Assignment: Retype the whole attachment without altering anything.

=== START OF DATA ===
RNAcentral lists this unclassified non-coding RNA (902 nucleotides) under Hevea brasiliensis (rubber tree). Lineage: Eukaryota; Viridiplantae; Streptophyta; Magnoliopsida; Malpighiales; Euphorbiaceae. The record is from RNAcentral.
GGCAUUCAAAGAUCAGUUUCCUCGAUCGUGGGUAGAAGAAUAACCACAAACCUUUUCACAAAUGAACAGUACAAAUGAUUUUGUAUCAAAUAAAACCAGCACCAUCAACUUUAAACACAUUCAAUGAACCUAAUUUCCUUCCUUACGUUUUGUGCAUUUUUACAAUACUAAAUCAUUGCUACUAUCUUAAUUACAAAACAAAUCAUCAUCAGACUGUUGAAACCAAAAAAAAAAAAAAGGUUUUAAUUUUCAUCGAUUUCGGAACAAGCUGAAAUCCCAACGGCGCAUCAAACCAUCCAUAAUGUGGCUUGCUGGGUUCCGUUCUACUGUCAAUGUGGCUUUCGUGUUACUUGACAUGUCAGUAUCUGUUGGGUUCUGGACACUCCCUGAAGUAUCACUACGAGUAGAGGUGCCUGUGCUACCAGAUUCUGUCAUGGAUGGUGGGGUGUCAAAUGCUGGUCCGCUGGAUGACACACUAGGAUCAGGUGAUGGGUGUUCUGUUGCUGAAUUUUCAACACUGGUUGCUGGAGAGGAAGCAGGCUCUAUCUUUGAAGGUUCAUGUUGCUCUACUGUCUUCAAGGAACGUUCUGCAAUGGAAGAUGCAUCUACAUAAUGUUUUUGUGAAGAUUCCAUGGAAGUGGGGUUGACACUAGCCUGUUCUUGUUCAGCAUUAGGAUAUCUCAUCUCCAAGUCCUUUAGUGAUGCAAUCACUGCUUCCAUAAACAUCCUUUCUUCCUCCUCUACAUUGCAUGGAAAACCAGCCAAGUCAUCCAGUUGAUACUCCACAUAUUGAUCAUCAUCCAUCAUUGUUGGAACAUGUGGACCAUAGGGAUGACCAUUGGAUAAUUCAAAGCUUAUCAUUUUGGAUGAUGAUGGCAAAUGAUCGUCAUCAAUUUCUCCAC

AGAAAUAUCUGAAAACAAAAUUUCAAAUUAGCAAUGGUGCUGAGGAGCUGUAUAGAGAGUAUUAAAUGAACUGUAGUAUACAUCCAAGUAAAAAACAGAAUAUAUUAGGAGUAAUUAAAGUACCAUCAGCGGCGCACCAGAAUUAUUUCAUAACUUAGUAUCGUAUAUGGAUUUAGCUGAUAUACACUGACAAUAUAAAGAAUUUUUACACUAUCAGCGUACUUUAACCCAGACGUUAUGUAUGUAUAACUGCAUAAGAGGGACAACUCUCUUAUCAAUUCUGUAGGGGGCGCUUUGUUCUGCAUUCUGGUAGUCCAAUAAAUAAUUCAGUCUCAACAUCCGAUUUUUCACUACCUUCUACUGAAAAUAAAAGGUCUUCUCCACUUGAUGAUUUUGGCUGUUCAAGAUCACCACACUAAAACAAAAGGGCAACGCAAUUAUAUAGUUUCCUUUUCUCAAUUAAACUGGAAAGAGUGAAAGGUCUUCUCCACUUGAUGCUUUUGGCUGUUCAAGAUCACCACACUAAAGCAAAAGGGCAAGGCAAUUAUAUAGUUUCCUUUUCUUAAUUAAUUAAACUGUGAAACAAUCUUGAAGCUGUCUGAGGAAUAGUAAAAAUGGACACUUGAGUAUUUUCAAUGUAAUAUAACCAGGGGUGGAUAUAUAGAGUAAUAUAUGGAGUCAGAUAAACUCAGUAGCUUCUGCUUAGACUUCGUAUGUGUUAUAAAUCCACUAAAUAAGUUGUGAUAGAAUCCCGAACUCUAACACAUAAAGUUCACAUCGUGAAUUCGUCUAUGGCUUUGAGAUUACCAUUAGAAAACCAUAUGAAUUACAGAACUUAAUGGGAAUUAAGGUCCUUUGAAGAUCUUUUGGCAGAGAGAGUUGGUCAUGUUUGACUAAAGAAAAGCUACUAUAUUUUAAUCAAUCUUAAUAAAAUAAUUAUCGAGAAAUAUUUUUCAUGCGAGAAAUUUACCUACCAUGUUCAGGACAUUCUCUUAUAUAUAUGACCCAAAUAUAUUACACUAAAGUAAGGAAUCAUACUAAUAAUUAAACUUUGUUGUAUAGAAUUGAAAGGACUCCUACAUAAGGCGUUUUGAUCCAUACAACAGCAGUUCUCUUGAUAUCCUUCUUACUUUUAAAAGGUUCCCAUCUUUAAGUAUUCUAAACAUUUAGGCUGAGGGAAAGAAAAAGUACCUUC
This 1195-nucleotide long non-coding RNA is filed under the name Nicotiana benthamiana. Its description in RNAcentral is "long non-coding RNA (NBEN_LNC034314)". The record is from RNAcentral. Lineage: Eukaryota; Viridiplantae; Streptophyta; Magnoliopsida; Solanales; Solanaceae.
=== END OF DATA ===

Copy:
RNAcentral lists this unclassified non-coding RNA (902 nucleotides) under Hevea brasiliensis (rubber tree). Lineage: Eukaryota; Viridiplantae; Streptophyta; Magnoliopsida; Malpighiales; Euphorbiaceae. The record is from RNAcentral.
GGCAUUCAAAGAUCAGUUUCCUCGAUCGUGGGUAGAAGAAUAACCACAAACCUUUUCACAAAUGAACAGUACAAAUGAUUUUGUAUCAAAUAAAACCAGCACCAUCAACUUUAAACACAUUCAAUGAACCUAAUUUCCUUCCUUACGUUUUGUGCAUUUUUACAAUACUAAAUCAUUGCUACUAUCUUAAUUACAAAACAAAUCAUCAUCAGACUGUUGAAACCAAAAAAAAAAAAAAGGUUUUAAUUUUCAUCGAUUUCGGAACAAGCUGAAAUCCCAACGGCGCAUCAAACCAUCCAUAAUGUGGCUUGCUGGGUUCCGUUCUACUGUCAAUGUGGCUUUCGUGUUACUUGACAUGUCAGUAUCUGUUGGGUUCUGGACACUCCCUGAAGUAUCACUACGAGUAGAGGUGCCUGUGCUACCAGAUUCUGUCAUGGAUGGUGGGGUGUCAAAUGCUGGUCCGCUGGAUGACACACUAGGAUCAGGUGAUGGGUGUUCUGUUGCUGAAUUUUCAACACUGGUUGCUGGAGAGGAAGCAGGCUCUAUCUUUGAAGGUUCAUGUUGCUCUACUGUCUUCAAGGAACGUUCUGCAAUGGAAGAUGCAUCUACAUAAUGUUUUUGUGAAGAUUCCAUGGAAGUGGGGUUGACACUAGCCUGUUCUUGUUCAGCAUUAGGAUAUCUCAUCUCCAAGUCCUUUAGUGAUGCAAUCACUGCUUCCAUAAACAUCCUUUCUUCCUCCUCUACAUUGCAUGGAAAACCAGCCAAGUCAUCCAGUUGAUACUCCACAUAUUGAUCAUCAUCCAUCAUUGUUGGAACAUGUGGACCAUAGGGAUGACCAUUGGAUAAUUCAAAGCUUAUCAUUUUGGAUGAUGAUGGCAAAUGAUCGUCAUCAAUUUCUCCAC

AGAAAUAUCUGAAAACAAAAUUUCAAAUUAGCAAUGGUGCUGAGGAGCUGUAUAGAGAGUAUUAAAUGAACUGUAGUAUACAUCCAAGUAAAAAACAGAAUAUAUUAGGAGUAAUUAAAGUACCAUCAGCGGCGCACCAGAAUUAUUUCAUAACUUAGUAUCGUAUAUGGAUUUAGCUGAUAUACACUGACAAUAUAAAGAAUUUUUACACUAUCAGCGUACUUUAACCCAGACGUUAUGUAUGUAUAACUGCAUAAGAGGGACAACUCUCUUAUCAAUUCUGUAGGGGGCGCUUUGUUCUGCAUUCUGGUAGUCCAAUAAAUAAUUCAGUCUCAACAUCCGAUUUUUCACUACCUUCUACUGAAAAUAAAAGGUCUUCUCCACUUGAUGAUUUUGGCUGUUCAAGAUCACCACACUAAAACAAAAGGGCAACGCAAUUAUAUAGUUUCCUUUUCUCAAUUAAACUGGAAAGAGUGAAAGGUCUUCUCCACUUGAUGCUUUUGGCUGUUCAAGAUCACCACACUAAAGCAAAAGGGCAAGGCAAUUAUAUAGUUUCCUUUUCUUAAUUAAUUAAACUGUGAAACAAUCUUGAAGCUGUCUGAGGAAUAGUAAAAAUGGACACUUGAGUAUUUUCAAUGUAAUAUAACCAGGGGUGGAUAUAUAGAGUAAUAUAUGGAGUCAGAUAAACUCAGUAGCUUCUGCUUAGACUUCGUAUGUGUUAUAAAUCCACUAAAUAAGUUGUGAUAGAAUCCCGAACUCUAACACAUAAAGUUCACAUCGUGAAUUCGUCUAUGGCUUUGAGAUUACCAUUAGAAAACCAUAUGAAUUACAGAACUUAAUGGGAAUUAAGGUCCUUUGAAGAUCUUUUGGCAGAGAGAGUUGGUCAUGUUUGACUAAAGAAAAGCUACUAUAUUUUAAUCAAUCUUAAUAAAAUAAUUAUCGAGAAAUAUUUUUCAUGCGAGAAAUUUACCUACCAUGUUCAGGACAUUCUCUUAUAUAUAUGACCCAAAUAUAUUACACUAAAGUAAGGAAUCAUACUAAUAAUUAAACUUUGUUGUAUAGAAUUGAAAGGACUCCUACAUAAGGCGUUUUGAUCCAUACAACAGCAGUUCUCUUGAUAUCCUUCUUACUUUUAAAAGGUUCCCAUCUUUAAGUAUUCUAAACAUUUAGGCUGAGGGAAAGAAAAAGUACCUUC
This 1195-nucleotide long non-coding RNA is filed under the name Nicotiana benthamiana. Its description in RNAcentral is "long non-coding RNA (NBEN_LNC034314)". The record is from RNAcentral. Lineage: Eukaryota; Viridiplantae; Streptophyta; Magnoliopsida; Solanales; Solanaceae.